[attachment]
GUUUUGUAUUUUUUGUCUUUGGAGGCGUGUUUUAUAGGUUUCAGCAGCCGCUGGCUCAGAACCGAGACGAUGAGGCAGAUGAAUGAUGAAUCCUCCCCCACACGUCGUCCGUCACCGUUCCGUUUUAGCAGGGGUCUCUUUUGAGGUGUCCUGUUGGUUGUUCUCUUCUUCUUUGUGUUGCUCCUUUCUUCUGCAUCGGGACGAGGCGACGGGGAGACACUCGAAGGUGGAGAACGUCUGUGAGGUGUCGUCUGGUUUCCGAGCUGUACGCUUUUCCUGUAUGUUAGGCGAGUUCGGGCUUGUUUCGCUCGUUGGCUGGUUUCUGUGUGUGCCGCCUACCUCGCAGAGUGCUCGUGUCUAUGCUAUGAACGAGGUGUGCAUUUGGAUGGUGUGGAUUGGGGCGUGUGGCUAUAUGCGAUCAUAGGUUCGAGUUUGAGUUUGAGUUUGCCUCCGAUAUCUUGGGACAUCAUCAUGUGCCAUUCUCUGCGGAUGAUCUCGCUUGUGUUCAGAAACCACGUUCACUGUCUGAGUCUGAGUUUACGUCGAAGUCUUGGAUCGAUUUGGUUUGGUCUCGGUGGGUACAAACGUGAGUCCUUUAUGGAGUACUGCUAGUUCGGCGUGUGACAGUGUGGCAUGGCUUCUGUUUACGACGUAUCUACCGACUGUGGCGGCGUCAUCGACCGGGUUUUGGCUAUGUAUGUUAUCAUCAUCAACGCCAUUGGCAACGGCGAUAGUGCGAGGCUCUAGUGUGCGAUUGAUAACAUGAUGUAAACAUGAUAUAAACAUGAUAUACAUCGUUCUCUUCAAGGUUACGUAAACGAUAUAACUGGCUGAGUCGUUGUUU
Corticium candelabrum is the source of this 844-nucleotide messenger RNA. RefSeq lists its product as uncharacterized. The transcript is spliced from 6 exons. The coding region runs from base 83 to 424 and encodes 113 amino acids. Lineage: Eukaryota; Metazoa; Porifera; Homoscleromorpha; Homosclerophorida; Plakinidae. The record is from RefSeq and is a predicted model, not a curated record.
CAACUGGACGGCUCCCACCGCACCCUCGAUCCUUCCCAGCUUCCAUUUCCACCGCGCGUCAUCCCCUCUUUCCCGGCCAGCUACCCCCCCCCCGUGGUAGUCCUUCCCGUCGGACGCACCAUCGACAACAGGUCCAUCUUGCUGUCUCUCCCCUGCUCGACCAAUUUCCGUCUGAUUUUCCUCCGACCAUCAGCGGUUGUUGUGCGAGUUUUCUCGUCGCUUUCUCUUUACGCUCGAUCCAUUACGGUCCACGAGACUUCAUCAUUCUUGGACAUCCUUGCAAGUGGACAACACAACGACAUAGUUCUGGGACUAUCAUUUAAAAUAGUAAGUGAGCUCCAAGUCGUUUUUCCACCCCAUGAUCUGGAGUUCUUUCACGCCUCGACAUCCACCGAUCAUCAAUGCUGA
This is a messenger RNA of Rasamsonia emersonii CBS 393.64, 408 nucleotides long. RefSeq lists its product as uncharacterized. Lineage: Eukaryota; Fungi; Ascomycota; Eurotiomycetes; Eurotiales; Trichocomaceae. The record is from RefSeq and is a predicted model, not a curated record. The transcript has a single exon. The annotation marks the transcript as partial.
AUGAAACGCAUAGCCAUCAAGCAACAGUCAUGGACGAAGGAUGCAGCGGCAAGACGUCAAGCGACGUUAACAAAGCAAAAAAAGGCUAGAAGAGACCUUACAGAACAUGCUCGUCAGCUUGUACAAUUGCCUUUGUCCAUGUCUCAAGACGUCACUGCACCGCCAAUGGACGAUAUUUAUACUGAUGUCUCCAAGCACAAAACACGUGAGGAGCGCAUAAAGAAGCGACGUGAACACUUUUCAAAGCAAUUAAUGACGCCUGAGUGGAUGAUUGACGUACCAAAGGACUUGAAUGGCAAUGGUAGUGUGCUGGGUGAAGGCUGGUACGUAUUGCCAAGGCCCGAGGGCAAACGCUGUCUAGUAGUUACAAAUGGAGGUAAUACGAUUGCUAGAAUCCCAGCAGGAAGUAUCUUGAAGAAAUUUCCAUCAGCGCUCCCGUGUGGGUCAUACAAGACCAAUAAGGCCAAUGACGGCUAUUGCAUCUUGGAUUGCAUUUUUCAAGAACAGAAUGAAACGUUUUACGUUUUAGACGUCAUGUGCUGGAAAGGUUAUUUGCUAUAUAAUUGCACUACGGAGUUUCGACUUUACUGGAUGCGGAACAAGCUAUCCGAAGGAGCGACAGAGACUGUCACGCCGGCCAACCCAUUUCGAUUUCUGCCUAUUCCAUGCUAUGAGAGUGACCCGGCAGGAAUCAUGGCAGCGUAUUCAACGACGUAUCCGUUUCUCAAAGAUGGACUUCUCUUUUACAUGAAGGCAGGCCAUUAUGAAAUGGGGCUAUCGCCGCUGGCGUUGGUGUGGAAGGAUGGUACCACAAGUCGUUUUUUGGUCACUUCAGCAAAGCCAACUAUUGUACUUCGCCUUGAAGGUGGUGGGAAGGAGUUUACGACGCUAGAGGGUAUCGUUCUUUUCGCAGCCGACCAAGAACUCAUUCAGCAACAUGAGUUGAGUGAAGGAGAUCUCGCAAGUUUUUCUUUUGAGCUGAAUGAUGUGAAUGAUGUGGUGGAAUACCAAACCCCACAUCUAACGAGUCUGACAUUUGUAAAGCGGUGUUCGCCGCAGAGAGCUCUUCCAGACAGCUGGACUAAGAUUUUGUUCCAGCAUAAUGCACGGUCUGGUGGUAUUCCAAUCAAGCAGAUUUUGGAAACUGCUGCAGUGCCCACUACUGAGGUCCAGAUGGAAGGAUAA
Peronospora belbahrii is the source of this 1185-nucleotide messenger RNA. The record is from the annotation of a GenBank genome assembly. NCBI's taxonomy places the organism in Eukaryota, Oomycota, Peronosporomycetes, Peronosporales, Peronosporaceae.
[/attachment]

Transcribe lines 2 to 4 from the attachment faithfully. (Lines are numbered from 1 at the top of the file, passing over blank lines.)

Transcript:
Corticium candelabrum is the source of this 844-nucleotide messenger RNA. RefSeq lists its product as uncharacterized. The transcript is spliced from 6 exons. The coding region runs from base 83 to 424 and encodes 113 amino acids. Lineage: Eukaryota; Metazoa; Porifera; Homoscleromorpha; Homosclerophorida; Plakinidae. The record is from RefSeq and is a predicted model, not a curated record.
CAACUGGACGGCUCCCACCGCACCCUCGAUCCUUCCCAGCUUCCAUUUCCACCGCGCGUCAUCCCCUCUUUCCCGGCCAGCUACCCCCCCCCCGUGGUAGUCCUUCCCGUCGGACGCACCAUCGACAACAGGUCCAUCUUGCUGUCUCUCCCCUGCUCGACCAAUUUCCGUCUGAUUUUCCUCCGACCAUCAGCGGUUGUUGUGCGAGUUUUCUCGUCGCUUUCUCUUUACGCUCGAUCCAUUACGGUCCACGAGACUUCAUCAUUCUUGGACAUCCUUGCAAGUGGACAACACAACGACAUAGUUCUGGGACUAUCAUUUAAAAUAGUAAGUGAGCUCCAAGUCGUUUUUCCACCCCAUGAUCUGGAGUUCUUUCACGCCUCGACAUCCACCGAUCAUCAAUGCUGA
This is a messenger RNA of Rasamsonia emersonii CBS 393.64, 408 nucleotides long. RefSeq lists its product as uncharacterized. Lineage: Eukaryota; Fungi; Ascomycota; Eurotiomycetes; Eurotiales; Trichocomaceae. The record is from RefSeq and is a predicted model, not a curated record. The transcript has a single exon. The annotation marks the transcript as partial.